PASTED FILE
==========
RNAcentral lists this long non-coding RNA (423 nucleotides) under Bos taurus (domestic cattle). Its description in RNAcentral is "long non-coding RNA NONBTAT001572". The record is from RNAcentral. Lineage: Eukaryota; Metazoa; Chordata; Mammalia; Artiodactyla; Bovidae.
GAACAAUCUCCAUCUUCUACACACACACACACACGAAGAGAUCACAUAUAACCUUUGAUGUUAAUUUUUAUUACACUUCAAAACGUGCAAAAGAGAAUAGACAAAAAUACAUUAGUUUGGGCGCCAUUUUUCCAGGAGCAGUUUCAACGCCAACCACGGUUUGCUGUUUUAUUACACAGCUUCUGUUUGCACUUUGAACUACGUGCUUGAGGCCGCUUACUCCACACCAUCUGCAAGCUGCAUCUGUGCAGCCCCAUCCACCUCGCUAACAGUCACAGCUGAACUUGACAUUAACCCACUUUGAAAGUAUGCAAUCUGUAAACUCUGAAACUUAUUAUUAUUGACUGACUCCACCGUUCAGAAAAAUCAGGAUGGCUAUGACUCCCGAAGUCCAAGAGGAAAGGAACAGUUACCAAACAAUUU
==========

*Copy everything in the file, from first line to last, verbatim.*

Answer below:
RNAcentral lists this long non-coding RNA (423 nucleotides) under Bos taurus (domestic cattle). Its description in RNAcentral is "long non-coding RNA NONBTAT001572". The record is from RNAcentral. Lineage: Eukaryota; Metazoa; Chordata; Mammalia; Artiodactyla; Bovidae.
GAACAAUCUCCAUCUUCUACACACACACACACACGAAGAGAUCACAUAUAACCUUUGAUGUUAAUUUUUAUUACACUUCAAAACGUGCAAAAGAGAAUAGACAAAAAUACAUUAGUUUGGGCGCCAUUUUUCCAGGAGCAGUUUCAACGCCAACCACGGUUUGCUGUUUUAUUACACAGCUUCUGUUUGCACUUUGAACUACGUGCUUGAGGCCGCUUACUCCACACCAUCUGCAAGCUGCAUCUGUGCAGCCCCAUCCACCUCGCUAACAGUCACAGCUGAACUUGACAUUAACCCACUUUGAAAGUAUGCAAUCUGUAAACUCUGAAACUUAUUAUUAUUGACUGACUCCACCGUUCAGAAAAAUCAGGAUGGCUAUGACUCCCGAAGUCCAAGAGGAAAGGAACAGUUACCAAACAAUUU